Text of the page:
Gold recognition went to Adelaide Airport, which has also installed a solar PV installation. It completed construction of a 1.17 MW system on the multi-level carpark roof in March 2016, the largest rooftop system, and second largest overall, in South Australia. It is also the largest rooftop installation at any Australian airport and one of the largest private, commercial arrays of any kind in the country. It is expected to generate 1.73 MWh per year, equating to around 10% of total electricity consumption by the airport.
Amman’s Queen Alia International Airport (QAIA) received Silver recognition for a two-year runway lighting project completed in December 2016 to replace halogen units with LEDs. In addition to becoming just the second airport in the region to have a LED-lit runway, other environmental initiatives have resulted in reductions in carbon emissions of 495 tonnes and electricity consumption by 779,454 KWh annually.
“I wish to congratulate not only the recognised airports but all the participated airports because their partaking helps exemplify the spirit of this recognition, which is to promote best practice sharing among airports,” said Patti Chau, ACI Asia-Pacific Regional Director.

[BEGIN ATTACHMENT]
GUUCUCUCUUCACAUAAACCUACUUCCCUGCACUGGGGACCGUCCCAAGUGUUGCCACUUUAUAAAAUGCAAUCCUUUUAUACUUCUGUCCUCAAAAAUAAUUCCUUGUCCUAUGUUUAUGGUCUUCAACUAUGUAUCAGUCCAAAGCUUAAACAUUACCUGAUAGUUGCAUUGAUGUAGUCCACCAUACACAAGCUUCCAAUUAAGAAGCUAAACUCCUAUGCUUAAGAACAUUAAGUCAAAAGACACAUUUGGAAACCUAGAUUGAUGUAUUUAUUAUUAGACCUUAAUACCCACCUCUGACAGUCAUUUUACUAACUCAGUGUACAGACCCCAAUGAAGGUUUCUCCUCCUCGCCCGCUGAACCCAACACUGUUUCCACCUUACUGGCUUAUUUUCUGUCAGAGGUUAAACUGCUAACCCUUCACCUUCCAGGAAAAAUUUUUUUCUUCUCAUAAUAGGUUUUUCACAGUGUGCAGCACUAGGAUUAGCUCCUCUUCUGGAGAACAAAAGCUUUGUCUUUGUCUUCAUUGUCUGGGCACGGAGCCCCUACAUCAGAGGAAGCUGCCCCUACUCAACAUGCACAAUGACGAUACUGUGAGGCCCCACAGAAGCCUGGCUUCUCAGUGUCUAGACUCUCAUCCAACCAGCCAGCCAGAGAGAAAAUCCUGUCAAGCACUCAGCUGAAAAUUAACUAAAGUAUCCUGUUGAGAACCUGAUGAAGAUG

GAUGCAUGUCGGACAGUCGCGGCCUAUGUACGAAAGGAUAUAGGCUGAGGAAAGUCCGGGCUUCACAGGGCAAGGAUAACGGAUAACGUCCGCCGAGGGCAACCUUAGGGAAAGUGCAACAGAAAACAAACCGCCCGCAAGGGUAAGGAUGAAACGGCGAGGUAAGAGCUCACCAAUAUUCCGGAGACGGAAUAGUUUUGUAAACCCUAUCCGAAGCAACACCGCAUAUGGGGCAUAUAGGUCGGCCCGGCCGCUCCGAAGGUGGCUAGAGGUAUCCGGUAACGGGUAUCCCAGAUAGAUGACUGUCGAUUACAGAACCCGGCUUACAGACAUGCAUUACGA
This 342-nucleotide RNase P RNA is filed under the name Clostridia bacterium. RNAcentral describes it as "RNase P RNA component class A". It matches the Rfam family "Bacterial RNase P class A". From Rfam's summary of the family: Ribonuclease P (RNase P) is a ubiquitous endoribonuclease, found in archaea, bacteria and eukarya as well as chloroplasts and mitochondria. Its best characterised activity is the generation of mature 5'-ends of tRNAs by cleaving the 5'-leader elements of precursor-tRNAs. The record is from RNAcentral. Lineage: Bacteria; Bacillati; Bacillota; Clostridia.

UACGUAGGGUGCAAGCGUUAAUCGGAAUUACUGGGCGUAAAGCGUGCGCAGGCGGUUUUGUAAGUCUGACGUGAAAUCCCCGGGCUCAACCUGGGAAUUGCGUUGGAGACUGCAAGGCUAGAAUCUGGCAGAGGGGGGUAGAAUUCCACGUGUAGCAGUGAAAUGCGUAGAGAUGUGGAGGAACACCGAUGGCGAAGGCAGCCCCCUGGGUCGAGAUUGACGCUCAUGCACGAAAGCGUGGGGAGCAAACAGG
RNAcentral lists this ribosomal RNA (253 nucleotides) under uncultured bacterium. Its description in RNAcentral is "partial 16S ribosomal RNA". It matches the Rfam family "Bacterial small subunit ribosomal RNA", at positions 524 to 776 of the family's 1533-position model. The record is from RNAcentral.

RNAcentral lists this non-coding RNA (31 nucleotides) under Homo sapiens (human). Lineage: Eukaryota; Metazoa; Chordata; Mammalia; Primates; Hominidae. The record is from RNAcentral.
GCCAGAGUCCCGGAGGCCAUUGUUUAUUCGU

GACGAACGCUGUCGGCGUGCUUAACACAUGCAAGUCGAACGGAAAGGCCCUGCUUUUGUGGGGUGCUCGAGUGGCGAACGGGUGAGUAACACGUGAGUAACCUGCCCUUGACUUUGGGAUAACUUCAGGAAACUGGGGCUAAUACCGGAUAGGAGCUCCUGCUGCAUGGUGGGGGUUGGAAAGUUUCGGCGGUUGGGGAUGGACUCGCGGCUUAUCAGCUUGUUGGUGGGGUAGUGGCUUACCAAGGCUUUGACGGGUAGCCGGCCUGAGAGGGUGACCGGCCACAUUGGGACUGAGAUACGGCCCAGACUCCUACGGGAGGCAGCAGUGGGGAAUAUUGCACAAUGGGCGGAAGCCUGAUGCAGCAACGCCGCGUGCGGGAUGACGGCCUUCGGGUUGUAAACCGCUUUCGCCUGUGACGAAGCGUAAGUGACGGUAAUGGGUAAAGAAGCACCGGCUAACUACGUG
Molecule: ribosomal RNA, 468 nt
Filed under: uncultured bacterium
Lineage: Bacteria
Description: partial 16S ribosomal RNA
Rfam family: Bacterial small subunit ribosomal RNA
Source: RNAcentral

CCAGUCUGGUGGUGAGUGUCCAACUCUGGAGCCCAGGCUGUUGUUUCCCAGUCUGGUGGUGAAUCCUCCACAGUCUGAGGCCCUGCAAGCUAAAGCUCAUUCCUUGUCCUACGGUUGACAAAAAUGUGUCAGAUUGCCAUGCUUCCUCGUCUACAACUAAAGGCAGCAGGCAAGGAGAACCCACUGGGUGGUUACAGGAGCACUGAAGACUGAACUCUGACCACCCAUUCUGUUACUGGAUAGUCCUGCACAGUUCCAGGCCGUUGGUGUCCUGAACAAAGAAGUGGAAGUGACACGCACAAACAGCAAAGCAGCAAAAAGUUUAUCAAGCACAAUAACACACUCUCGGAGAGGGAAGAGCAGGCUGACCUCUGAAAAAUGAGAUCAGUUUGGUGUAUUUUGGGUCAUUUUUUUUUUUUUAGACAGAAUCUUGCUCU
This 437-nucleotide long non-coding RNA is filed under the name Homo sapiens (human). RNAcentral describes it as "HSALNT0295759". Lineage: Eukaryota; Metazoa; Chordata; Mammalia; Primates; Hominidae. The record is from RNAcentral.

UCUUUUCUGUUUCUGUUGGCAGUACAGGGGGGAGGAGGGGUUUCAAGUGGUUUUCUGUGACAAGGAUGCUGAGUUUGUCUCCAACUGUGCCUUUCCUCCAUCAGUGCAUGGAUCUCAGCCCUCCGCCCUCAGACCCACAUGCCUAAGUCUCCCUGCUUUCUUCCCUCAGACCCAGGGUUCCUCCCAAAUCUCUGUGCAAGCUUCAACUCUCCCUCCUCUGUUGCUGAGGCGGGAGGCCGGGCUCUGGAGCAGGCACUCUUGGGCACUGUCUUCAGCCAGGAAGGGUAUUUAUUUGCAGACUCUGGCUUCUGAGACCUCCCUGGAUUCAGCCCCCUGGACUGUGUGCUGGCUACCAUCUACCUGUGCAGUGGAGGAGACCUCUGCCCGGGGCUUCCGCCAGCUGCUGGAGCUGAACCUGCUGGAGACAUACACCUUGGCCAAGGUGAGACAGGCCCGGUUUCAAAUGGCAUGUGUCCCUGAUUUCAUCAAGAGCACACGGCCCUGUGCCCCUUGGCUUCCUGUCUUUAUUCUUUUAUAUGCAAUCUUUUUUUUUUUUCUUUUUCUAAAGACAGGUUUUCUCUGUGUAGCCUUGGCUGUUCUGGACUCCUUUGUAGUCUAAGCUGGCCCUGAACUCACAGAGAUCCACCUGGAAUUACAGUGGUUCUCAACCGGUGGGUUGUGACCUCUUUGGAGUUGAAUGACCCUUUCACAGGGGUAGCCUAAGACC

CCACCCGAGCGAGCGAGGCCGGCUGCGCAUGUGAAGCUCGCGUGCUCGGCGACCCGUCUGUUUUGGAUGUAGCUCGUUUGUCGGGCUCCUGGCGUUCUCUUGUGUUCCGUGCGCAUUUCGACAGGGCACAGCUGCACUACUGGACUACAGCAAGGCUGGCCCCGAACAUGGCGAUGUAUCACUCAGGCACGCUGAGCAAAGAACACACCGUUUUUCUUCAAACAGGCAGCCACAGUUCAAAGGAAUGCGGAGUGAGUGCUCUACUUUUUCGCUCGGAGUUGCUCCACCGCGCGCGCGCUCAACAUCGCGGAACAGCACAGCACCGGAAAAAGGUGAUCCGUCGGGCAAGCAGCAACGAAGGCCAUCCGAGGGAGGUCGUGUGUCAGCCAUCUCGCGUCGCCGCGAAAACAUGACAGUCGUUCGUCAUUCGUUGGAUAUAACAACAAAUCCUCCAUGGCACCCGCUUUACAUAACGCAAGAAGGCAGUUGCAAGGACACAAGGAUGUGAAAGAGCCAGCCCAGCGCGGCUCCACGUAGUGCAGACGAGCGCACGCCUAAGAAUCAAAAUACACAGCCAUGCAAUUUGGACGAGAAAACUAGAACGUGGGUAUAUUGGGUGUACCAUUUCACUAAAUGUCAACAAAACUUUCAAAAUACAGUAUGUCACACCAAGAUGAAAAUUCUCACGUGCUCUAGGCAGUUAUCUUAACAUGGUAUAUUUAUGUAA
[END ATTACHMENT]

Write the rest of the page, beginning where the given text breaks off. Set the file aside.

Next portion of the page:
Originally developed and launched by ACI Europe in June 2009, the Airport Carbon Accreditation programme was extended to airports in ACI’s Asia-Pacific region in November 2011, and since then 38 airports have been certified. As well as New Delhi Indira Gandhi International, three other airports – Hyderabad Rajiv Gandhi International, Bangalore International and Australia’s Sunshine Coast – have achieved the highest carbon neutrality (Level 3+) level of the programme.
“Airports in our region have made remarkable progress in their journey towards carbon neutrality,” commented Chau at the Assembly. “We are proud of the 38 Asia-Pacific carbon accredited airports, which account for more than 29.5% of air passenger traffic in Asia-Pacific. Going forward, we will continue to encourage airports to establish targets on carbon emissions reduction and work with our members to achieve sustainable growth and join the 189 airports worldwide in becoming accredited airports.”
ACI Asia-Pacific’s Regional Environment Committee has elected for the period 2017-2018 Jakrapop Charatsri of Airports of Thailand as its new Chair, taking over from Mike Kilburn of HKIA, and Wendy Weir of Brisbane Airport Corporation (BAC) as Vice Chair. Charatsri was the founding Chair of the ASEAN International Airports Association’s Environmental Working Group and Weir is BAC’s Environment and Sustainability Manager.
Green Airports Recognitions were presented to airport representatives by Kerrie Mather, President of ACI Asia-Pacific (4th from left) during the ACI Asia-Pacific Regional Assembly:
Eleven Asia-Pacific region airports were presented during the Assembly with Airport Carbon Accreditation certificates to recognise their initiatives and achievements in carbon reduction: